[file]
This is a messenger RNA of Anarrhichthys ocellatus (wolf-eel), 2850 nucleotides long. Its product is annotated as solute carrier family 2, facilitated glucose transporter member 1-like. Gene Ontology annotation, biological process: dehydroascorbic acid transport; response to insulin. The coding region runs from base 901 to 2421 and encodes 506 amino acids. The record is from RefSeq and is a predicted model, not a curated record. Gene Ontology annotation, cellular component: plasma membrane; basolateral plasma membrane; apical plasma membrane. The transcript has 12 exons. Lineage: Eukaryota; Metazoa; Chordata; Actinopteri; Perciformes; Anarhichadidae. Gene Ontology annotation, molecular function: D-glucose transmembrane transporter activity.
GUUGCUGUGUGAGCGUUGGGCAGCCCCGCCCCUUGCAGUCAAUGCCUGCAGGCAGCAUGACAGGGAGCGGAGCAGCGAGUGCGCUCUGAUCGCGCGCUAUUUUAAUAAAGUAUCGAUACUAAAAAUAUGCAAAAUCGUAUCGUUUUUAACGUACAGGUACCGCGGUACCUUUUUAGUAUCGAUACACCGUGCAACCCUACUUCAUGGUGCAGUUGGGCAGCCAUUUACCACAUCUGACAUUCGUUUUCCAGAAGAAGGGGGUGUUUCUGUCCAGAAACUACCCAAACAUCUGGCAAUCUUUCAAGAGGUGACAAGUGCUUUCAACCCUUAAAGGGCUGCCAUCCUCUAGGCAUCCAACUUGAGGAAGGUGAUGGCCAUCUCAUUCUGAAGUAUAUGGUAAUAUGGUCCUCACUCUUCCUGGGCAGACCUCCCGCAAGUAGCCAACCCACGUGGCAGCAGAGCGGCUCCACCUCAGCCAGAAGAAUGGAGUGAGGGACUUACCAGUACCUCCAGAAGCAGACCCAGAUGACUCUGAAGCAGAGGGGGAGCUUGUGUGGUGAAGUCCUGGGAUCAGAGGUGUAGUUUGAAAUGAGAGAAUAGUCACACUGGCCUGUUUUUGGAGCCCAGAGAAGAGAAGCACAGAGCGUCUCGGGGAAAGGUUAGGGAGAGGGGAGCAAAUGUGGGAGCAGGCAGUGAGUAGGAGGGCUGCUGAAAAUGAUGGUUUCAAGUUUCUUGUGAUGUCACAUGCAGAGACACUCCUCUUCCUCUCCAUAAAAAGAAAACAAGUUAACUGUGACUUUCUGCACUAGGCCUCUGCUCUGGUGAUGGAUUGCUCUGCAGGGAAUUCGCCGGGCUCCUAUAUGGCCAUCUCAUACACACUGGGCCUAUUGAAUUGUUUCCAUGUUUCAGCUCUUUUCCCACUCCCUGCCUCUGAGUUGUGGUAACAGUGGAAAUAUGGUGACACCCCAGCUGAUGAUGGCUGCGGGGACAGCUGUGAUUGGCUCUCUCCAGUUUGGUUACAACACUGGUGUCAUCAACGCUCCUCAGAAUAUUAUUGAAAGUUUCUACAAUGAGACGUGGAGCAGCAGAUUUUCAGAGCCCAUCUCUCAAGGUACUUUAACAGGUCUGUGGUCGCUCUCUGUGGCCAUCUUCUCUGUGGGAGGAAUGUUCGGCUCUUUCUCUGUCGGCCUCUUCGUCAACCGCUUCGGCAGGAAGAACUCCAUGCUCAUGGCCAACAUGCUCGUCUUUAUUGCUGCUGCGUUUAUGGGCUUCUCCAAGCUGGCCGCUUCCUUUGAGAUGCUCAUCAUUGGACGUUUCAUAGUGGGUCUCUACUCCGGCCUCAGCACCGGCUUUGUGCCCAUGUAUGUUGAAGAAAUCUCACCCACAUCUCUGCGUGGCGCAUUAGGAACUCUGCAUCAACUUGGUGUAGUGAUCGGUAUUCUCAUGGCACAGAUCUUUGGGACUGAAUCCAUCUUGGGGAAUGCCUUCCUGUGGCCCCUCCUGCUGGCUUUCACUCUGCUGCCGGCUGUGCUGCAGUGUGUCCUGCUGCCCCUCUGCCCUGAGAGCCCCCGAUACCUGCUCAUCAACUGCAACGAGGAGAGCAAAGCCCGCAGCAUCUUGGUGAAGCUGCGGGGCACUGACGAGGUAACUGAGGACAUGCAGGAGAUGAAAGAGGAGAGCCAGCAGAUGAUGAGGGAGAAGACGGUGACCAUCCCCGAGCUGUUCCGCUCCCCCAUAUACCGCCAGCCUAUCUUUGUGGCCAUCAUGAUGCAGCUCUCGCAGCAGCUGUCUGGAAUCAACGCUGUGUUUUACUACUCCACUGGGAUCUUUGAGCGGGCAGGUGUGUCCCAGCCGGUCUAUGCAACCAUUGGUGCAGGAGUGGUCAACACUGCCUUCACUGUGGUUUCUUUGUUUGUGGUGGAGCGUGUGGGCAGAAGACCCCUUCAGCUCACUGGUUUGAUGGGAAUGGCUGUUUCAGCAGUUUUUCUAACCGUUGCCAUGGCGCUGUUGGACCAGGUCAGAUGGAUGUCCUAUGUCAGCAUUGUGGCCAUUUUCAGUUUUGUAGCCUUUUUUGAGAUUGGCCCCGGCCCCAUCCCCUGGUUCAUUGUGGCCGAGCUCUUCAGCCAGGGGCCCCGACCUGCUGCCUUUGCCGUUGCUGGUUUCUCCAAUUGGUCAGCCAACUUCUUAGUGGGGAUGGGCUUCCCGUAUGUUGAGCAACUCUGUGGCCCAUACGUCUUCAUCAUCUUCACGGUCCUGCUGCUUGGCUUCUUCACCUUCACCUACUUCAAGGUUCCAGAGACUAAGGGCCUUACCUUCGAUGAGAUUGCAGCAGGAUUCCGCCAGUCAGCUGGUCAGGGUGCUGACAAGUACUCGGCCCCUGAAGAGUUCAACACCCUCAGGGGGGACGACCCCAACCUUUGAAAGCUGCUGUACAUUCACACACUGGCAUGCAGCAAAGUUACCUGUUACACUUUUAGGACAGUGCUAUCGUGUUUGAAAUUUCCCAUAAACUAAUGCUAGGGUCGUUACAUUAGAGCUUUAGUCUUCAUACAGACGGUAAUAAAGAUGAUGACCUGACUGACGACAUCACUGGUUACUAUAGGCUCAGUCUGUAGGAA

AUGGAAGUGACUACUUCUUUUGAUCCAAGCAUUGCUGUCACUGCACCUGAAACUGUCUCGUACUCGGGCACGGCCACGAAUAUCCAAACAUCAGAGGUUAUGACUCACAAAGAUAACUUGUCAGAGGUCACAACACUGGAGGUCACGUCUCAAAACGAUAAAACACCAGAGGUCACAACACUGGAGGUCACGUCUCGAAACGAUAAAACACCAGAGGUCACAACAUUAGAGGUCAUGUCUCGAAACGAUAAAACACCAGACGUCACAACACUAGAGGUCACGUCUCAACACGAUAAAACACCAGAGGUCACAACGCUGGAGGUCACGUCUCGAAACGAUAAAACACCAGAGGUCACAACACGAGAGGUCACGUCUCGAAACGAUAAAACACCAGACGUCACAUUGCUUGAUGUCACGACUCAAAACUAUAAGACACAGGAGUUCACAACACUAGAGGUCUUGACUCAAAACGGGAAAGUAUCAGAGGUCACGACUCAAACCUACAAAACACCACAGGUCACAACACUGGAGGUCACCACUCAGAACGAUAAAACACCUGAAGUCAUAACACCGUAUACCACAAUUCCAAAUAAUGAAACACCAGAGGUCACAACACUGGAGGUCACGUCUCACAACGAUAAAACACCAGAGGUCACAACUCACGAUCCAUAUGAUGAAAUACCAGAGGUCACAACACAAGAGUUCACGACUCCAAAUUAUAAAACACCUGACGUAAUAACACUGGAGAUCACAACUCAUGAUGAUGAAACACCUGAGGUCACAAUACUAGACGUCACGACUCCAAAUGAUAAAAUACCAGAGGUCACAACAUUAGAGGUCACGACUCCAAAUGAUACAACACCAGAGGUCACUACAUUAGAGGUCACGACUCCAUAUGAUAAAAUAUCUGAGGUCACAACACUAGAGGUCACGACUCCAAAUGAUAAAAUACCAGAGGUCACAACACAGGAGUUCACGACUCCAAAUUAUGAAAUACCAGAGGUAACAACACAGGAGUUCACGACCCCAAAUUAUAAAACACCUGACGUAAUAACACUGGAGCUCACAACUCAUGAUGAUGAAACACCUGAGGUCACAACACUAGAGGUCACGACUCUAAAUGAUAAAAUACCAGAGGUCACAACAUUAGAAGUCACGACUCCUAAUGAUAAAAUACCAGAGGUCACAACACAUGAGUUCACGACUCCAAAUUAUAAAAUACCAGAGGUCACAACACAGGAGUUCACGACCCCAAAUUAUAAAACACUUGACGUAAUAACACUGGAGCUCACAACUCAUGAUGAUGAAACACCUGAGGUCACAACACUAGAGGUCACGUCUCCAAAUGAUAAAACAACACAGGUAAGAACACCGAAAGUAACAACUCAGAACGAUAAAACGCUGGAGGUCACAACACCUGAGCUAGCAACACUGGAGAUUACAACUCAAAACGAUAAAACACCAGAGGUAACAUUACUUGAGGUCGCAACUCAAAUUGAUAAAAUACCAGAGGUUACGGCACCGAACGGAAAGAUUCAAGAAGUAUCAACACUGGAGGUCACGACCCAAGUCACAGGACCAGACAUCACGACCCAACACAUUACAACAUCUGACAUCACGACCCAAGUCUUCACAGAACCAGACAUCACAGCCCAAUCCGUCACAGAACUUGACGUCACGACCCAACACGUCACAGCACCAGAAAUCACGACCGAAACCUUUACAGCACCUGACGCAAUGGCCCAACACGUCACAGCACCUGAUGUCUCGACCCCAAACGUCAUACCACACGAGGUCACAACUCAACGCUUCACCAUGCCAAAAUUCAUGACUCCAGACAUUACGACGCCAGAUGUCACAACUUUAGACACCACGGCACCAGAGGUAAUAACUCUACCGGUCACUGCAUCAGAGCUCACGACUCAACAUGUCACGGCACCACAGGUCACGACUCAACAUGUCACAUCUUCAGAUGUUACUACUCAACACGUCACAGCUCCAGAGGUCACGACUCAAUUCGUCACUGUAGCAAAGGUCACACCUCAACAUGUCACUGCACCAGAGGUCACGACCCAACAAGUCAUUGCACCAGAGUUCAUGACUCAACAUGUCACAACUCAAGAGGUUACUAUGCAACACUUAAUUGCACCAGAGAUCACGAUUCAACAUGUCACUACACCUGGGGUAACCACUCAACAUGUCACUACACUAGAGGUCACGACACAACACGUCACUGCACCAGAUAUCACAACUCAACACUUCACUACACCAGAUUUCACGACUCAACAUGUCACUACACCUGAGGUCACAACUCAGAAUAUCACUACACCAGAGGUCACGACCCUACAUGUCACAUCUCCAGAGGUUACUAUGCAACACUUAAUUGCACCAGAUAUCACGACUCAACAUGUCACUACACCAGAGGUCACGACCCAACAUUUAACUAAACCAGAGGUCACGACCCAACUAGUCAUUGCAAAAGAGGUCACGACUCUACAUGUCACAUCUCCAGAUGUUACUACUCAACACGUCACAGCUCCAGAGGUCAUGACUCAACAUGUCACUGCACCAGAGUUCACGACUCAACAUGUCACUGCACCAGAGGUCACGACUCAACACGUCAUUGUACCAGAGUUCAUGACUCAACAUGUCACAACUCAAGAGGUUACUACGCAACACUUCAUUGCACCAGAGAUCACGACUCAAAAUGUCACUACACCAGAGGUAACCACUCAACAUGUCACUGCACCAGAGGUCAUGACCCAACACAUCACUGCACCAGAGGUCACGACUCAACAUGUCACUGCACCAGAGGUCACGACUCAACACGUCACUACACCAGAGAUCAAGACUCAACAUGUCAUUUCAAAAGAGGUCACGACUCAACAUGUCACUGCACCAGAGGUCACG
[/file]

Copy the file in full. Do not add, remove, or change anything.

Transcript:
This is a messenger RNA of Anarrhichthys ocellatus (wolf-eel), 2850 nucleotides long. Its product is annotated as solute carrier family 2, facilitated glucose transporter member 1-like. Gene Ontology annotation, biological process: dehydroascorbic acid transport; response to insulin. The coding region runs from base 901 to 2421 and encodes 506 amino acids. The record is from RefSeq and is a predicted model, not a curated record. Gene Ontology annotation, cellular component: plasma membrane; basolateral plasma membrane; apical plasma membrane. The transcript has 12 exons. Lineage: Eukaryota; Metazoa; Chordata; Actinopteri; Perciformes; Anarhichadidae. Gene Ontology annotation, molecular function: D-glucose transmembrane transporter activity.
GUUGCUGUGUGAGCGUUGGGCAGCCCCGCCCCUUGCAGUCAAUGCCUGCAGGCAGCAUGACAGGGAGCGGAGCAGCGAGUGCGCUCUGAUCGCGCGCUAUUUUAAUAAAGUAUCGAUACUAAAAAUAUGCAAAAUCGUAUCGUUUUUAACGUACAGGUACCGCGGUACCUUUUUAGUAUCGAUACACCGUGCAACCCUACUUCAUGGUGCAGUUGGGCAGCCAUUUACCACAUCUGACAUUCGUUUUCCAGAAGAAGGGGGUGUUUCUGUCCAGAAACUACCCAAACAUCUGGCAAUCUUUCAAGAGGUGACAAGUGCUUUCAACCCUUAAAGGGCUGCCAUCCUCUAGGCAUCCAACUUGAGGAAGGUGAUGGCCAUCUCAUUCUGAAGUAUAUGGUAAUAUGGUCCUCACUCUUCCUGGGCAGACCUCCCGCAAGUAGCCAACCCACGUGGCAGCAGAGCGGCUCCACCUCAGCCAGAAGAAUGGAGUGAGGGACUUACCAGUACCUCCAGAAGCAGACCCAGAUGACUCUGAAGCAGAGGGGGAGCUUGUGUGGUGAAGUCCUGGGAUCAGAGGUGUAGUUUGAAAUGAGAGAAUAGUCACACUGGCCUGUUUUUGGAGCCCAGAGAAGAGAAGCACAGAGCGUCUCGGGGAAAGGUUAGGGAGAGGGGAGCAAAUGUGGGAGCAGGCAGUGAGUAGGAGGGCUGCUGAAAAUGAUGGUUUCAAGUUUCUUGUGAUGUCACAUGCAGAGACACUCCUCUUCCUCUCCAUAAAAAGAAAACAAGUUAACUGUGACUUUCUGCACUAGGCCUCUGCUCUGGUGAUGGAUUGCUCUGCAGGGAAUUCGCCGGGCUCCUAUAUGGCCAUCUCAUACACACUGGGCCUAUUGAAUUGUUUCCAUGUUUCAGCUCUUUUCCCACUCCCUGCCUCUGAGUUGUGGUAACAGUGGAAAUAUGGUGACACCCCAGCUGAUGAUGGCUGCGGGGACAGCUGUGAUUGGCUCUCUCCAGUUUGGUUACAACACUGGUGUCAUCAACGCUCCUCAGAAUAUUAUUGAAAGUUUCUACAAUGAGACGUGGAGCAGCAGAUUUUCAGAGCCCAUCUCUCAAGGUACUUUAACAGGUCUGUGGUCGCUCUCUGUGGCCAUCUUCUCUGUGGGAGGAAUGUUCGGCUCUUUCUCUGUCGGCCUCUUCGUCAACCGCUUCGGCAGGAAGAACUCCAUGCUCAUGGCCAACAUGCUCGUCUUUAUUGCUGCUGCGUUUAUGGGCUUCUCCAAGCUGGCCGCUUCCUUUGAGAUGCUCAUCAUUGGACGUUUCAUAGUGGGUCUCUACUCCGGCCUCAGCACCGGCUUUGUGCCCAUGUAUGUUGAAGAAAUCUCACCCACAUCUCUGCGUGGCGCAUUAGGAACUCUGCAUCAACUUGGUGUAGUGAUCGGUAUUCUCAUGGCACAGAUCUUUGGGACUGAAUCCAUCUUGGGGAAUGCCUUCCUGUGGCCCCUCCUGCUGGCUUUCACUCUGCUGCCGGCUGUGCUGCAGUGUGUCCUGCUGCCCCUCUGCCCUGAGAGCCCCCGAUACCUGCUCAUCAACUGCAACGAGGAGAGCAAAGCCCGCAGCAUCUUGGUGAAGCUGCGGGGCACUGACGAGGUAACUGAGGACAUGCAGGAGAUGAAAGAGGAGAGCCAGCAGAUGAUGAGGGAGAAGACGGUGACCAUCCCCGAGCUGUUCCGCUCCCCCAUAUACCGCCAGCCUAUCUUUGUGGCCAUCAUGAUGCAGCUCUCGCAGCAGCUGUCUGGAAUCAACGCUGUGUUUUACUACUCCACUGGGAUCUUUGAGCGGGCAGGUGUGUCCCAGCCGGUCUAUGCAACCAUUGGUGCAGGAGUGGUCAACACUGCCUUCACUGUGGUUUCUUUGUUUGUGGUGGAGCGUGUGGGCAGAAGACCCCUUCAGCUCACUGGUUUGAUGGGAAUGGCUGUUUCAGCAGUUUUUCUAACCGUUGCCAUGGCGCUGUUGGACCAGGUCAGAUGGAUGUCCUAUGUCAGCAUUGUGGCCAUUUUCAGUUUUGUAGCCUUUUUUGAGAUUGGCCCCGGCCCCAUCCCCUGGUUCAUUGUGGCCGAGCUCUUCAGCCAGGGGCCCCGACCUGCUGCCUUUGCCGUUGCUGGUUUCUCCAAUUGGUCAGCCAACUUCUUAGUGGGGAUGGGCUUCCCGUAUGUUGAGCAACUCUGUGGCCCAUACGUCUUCAUCAUCUUCACGGUCCUGCUGCUUGGCUUCUUCACCUUCACCUACUUCAAGGUUCCAGAGACUAAGGGCCUUACCUUCGAUGAGAUUGCAGCAGGAUUCCGCCAGUCAGCUGGUCAGGGUGCUGACAAGUACUCGGCCCCUGAAGAGUUCAACACCCUCAGGGGGGACGACCCCAACCUUUGAAAGCUGCUGUACAUUCACACACUGGCAUGCAGCAAAGUUACCUGUUACACUUUUAGGACAGUGCUAUCGUGUUUGAAAUUUCCCAUAAACUAAUGCUAGGGUCGUUACAUUAGAGCUUUAGUCUUCAUACAGACGGUAAUAAAGAUGAUGACCUGACUGACGACAUCACUGGUUACUAUAGGCUCAGUCUGUAGGAA

AUGGAAGUGACUACUUCUUUUGAUCCAAGCAUUGCUGUCACUGCACCUGAAACUGUCUCGUACUCGGGCACGGCCACGAAUAUCCAAACAUCAGAGGUUAUGACUCACAAAGAUAACUUGUCAGAGGUCACAACACUGGAGGUCACGUCUCAAAACGAUAAAACACCAGAGGUCACAACACUGGAGGUCACGUCUCGAAACGAUAAAACACCAGAGGUCACAACAUUAGAGGUCAUGUCUCGAAACGAUAAAACACCAGACGUCACAACACUAGAGGUCACGUCUCAACACGAUAAAACACCAGAGGUCACAACGCUGGAGGUCACGUCUCGAAACGAUAAAACACCAGAGGUCACAACACGAGAGGUCACGUCUCGAAACGAUAAAACACCAGACGUCACAUUGCUUGAUGUCACGACUCAAAACUAUAAGACACAGGAGUUCACAACACUAGAGGUCUUGACUCAAAACGGGAAAGUAUCAGAGGUCACGACUCAAACCUACAAAACACCACAGGUCACAACACUGGAGGUCACCACUCAGAACGAUAAAACACCUGAAGUCAUAACACCGUAUACCACAAUUCCAAAUAAUGAAACACCAGAGGUCACAACACUGGAGGUCACGUCUCACAACGAUAAAACACCAGAGGUCACAACUCACGAUCCAUAUGAUGAAAUACCAGAGGUCACAACACAAGAGUUCACGACUCCAAAUUAUAAAACACCUGACGUAAUAACACUGGAGAUCACAACUCAUGAUGAUGAAACACCUGAGGUCACAAUACUAGACGUCACGACUCCAAAUGAUAAAAUACCAGAGGUCACAACAUUAGAGGUCACGACUCCAAAUGAUACAACACCAGAGGUCACUACAUUAGAGGUCACGACUCCAUAUGAUAAAAUAUCUGAGGUCACAACACUAGAGGUCACGACUCCAAAUGAUAAAAUACCAGAGGUCACAACACAGGAGUUCACGACUCCAAAUUAUGAAAUACCAGAGGUAACAACACAGGAGUUCACGACCCCAAAUUAUAAAACACCUGACGUAAUAACACUGGAGCUCACAACUCAUGAUGAUGAAACACCUGAGGUCACAACACUAGAGGUCACGACUCUAAAUGAUAAAAUACCAGAGGUCACAACAUUAGAAGUCACGACUCCUAAUGAUAAAAUACCAGAGGUCACAACACAUGAGUUCACGACUCCAAAUUAUAAAAUACCAGAGGUCACAACACAGGAGUUCACGACCCCAAAUUAUAAAACACUUGACGUAAUAACACUGGAGCUCACAACUCAUGAUGAUGAAACACCUGAGGUCACAACACUAGAGGUCACGUCUCCAAAUGAUAAAACAACACAGGUAAGAACACCGAAAGUAACAACUCAGAACGAUAAAACGCUGGAGGUCACAACACCUGAGCUAGCAACACUGGAGAUUACAACUCAAAACGAUAAAACACCAGAGGUAACAUUACUUGAGGUCGCAACUCAAAUUGAUAAAAUACCAGAGGUUACGGCACCGAACGGAAAGAUUCAAGAAGUAUCAACACUGGAGGUCACGACCCAAGUCACAGGACCAGACAUCACGACCCAACACAUUACAACAUCUGACAUCACGACCCAAGUCUUCACAGAACCAGACAUCACAGCCCAAUCCGUCACAGAACUUGACGUCACGACCCAACACGUCACAGCACCAGAAAUCACGACCGAAACCUUUACAGCACCUGACGCAAUGGCCCAACACGUCACAGCACCUGAUGUCUCGACCCCAAACGUCAUACCACACGAGGUCACAACUCAACGCUUCACCAUGCCAAAAUUCAUGACUCCAGACAUUACGACGCCAGAUGUCACAACUUUAGACACCACGGCACCAGAGGUAAUAACUCUACCGGUCACUGCAUCAGAGCUCACGACUCAACAUGUCACGGCACCACAGGUCACGACUCAACAUGUCACAUCUUCAGAUGUUACUACUCAACACGUCACAGCUCCAGAGGUCACGACUCAAUUCGUCACUGUAGCAAAGGUCACACCUCAACAUGUCACUGCACCAGAGGUCACGACCCAACAAGUCAUUGCACCAGAGUUCAUGACUCAACAUGUCACAACUCAAGAGGUUACUAUGCAACACUUAAUUGCACCAGAGAUCACGAUUCAACAUGUCACUACACCUGGGGUAACCACUCAACAUGUCACUACACUAGAGGUCACGACACAACACGUCACUGCACCAGAUAUCACAACUCAACACUUCACUACACCAGAUUUCACGACUCAACAUGUCACUACACCUGAGGUCACAACUCAGAAUAUCACUACACCAGAGGUCACGACCCUACAUGUCACAUCUCCAGAGGUUACUAUGCAACACUUAAUUGCACCAGAUAUCACGACUCAACAUGUCACUACACCAGAGGUCACGACCCAACAUUUAACUAAACCAGAGGUCACGACCCAACUAGUCAUUGCAAAAGAGGUCACGACUCUACAUGUCACAUCUCCAGAUGUUACUACUCAACACGUCACAGCUCCAGAGGUCAUGACUCAACAUGUCACUGCACCAGAGUUCACGACUCAACAUGUCACUGCACCAGAGGUCACGACUCAACACGUCAUUGUACCAGAGUUCAUGACUCAACAUGUCACAACUCAAGAGGUUACUACGCAACACUUCAUUGCACCAGAGAUCACGACUCAAAAUGUCACUACACCAGAGGUAACCACUCAACAUGUCACUGCACCAGAGGUCAUGACCCAACACAUCACUGCACCAGAGGUCACGACUCAACAUGUCACUGCACCAGAGGUCACGACUCAACACGUCACUACACCAGAGAUCAAGACUCAACAUGUCAUUUCAAAAGAGGUCACGACUCAACAUGUCACUGCACCAGAGGUCACG